Brood Box Question

Discussion in 'Beekeeping 101' started by waski2, May 4, 2010.

  1. waski2

    waski2 New Member

    Messages:
    17
    Likes Received:
    0
    Trophy Points:
    0
    Hi,
    Total novice so I have many questions. My first one is I am confused about the brood box ( hive body)? Should there be one or more than one? If there should be more than one, when should the next one be added? How about over winter, should there be only one? If there is only one brood box could this be a problem?

    thanks for your time
     
  2. Iddee

    Iddee New Member

    Messages:
    8,996
    Likes Received:
    0
    Trophy Points:
    0
    Only someone that is familiar with your climate can say how many. When starting, wait until the bees have raised enough young to cover 7 to 8 frames with bees. Then add the second box, whether for brood or honey.

    PS. The northwest doesn't give us much to go on. Change your profile to a closer area if you want answers that pertain to where you live. Otherwise, our truthful answers may kill your bees, as we will answer for our climate.
     

  3. Hobie

    Hobie New Member

    Messages:
    1,399
    Likes Received:
    0
    Trophy Points:
    0
    If you give them enough (but not too much) space as they grow, (as iddee outlined), they will take what they need. They do not care if the box is a deep hive body or a honey super. If they need a little extra room for brood, they will move up into the next box, regardless of what you or I intended to have in there. This is one of the reasons that I do not use a queen excluder. I just have to look carefully at the honey frames before I extract. (Note: I am just a hobbyist with 2 hives, and honey production is not my main focus.)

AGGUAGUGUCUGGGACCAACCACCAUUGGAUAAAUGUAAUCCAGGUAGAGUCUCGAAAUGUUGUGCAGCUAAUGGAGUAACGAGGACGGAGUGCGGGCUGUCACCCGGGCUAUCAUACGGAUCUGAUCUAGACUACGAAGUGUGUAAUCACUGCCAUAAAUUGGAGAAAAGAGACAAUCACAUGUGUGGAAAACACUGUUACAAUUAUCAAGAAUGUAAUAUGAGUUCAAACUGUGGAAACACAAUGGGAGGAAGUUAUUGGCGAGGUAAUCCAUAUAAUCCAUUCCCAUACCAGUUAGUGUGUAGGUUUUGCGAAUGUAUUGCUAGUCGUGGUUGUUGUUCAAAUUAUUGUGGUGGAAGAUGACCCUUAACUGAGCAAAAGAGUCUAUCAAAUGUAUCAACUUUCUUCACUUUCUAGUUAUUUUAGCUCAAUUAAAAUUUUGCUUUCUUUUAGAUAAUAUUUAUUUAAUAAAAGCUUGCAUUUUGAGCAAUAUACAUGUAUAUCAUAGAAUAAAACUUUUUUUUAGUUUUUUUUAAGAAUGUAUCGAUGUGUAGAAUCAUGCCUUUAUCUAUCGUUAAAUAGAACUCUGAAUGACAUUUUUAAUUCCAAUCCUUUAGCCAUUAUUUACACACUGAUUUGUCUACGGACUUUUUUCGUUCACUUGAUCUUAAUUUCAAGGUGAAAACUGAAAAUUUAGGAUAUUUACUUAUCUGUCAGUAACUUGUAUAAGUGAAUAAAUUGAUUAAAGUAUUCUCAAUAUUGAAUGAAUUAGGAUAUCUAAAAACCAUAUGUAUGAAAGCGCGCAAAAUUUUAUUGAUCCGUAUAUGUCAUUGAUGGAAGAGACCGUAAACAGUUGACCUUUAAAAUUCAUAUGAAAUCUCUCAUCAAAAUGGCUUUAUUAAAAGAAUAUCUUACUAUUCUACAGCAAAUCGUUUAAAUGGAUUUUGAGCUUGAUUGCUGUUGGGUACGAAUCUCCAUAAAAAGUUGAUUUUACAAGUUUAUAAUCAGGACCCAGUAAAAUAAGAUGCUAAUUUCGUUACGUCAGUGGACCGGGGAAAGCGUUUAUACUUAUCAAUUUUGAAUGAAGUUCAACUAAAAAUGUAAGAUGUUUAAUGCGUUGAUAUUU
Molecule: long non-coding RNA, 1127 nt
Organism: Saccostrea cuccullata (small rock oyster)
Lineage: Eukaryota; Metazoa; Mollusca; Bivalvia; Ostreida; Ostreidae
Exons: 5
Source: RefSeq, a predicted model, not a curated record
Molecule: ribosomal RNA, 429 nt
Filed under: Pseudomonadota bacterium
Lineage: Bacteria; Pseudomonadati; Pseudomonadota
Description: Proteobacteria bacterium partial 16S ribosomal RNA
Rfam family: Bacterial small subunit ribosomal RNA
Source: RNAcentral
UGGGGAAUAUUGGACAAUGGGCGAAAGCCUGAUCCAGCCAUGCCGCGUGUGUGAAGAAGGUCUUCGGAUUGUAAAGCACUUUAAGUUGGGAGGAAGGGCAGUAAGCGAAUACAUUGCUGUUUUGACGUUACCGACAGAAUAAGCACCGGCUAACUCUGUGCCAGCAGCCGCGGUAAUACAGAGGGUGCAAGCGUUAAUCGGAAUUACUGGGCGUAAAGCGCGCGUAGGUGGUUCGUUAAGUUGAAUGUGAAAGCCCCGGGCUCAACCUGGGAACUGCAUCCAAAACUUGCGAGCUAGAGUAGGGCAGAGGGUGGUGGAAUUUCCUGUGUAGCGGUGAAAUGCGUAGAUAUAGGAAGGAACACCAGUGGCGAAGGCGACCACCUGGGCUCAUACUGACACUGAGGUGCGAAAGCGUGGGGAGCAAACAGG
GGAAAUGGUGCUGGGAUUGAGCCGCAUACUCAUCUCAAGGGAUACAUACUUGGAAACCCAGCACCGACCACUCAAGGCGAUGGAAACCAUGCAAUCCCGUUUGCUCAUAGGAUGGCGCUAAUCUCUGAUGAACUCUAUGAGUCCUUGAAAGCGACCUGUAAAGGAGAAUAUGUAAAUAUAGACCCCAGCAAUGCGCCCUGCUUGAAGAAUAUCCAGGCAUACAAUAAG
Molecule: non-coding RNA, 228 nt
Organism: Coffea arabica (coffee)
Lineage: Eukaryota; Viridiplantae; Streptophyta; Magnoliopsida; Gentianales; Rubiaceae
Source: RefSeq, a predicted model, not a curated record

4. tecumseh

    tecumseh New Member

    Messages:
    6,487
    Likes Received:
    0
    Trophy Points:
    0
    Brood boxes are not all created equal. Their sizes may vary from Jumbo depth (these are extremely large and extremely rare) to standard depth and now the somewhat common illinois depth ( which was once used almost exclusively as a honey super) is use for brood boxes.

    You can reduce your primary question to one easily handled by bee math. As in most math regimes you need to make a few assumptions. The first question you need to answer is the maximum egg laying level of the queen in the box. Then the approximate cells available for brood on one frame in the box (cells per sq inch X usuable sq. inch in a frame). Then the number of frames per box.

    To cut to the chase somewhat..... For most circumstances at the peak of the season one deep of a standard langstroth hive will allow sufficient room if the hive does not start to back fill the brood nest <certain beekeeper manipulations may limit or increase this possibility. I like to set up hives with one deep and one medium depth super (illinois depth) as a spring and summer time brood nest. As a general observation the further north you move the more likely you are to notice a double deep configuration taking the place of a story and a half.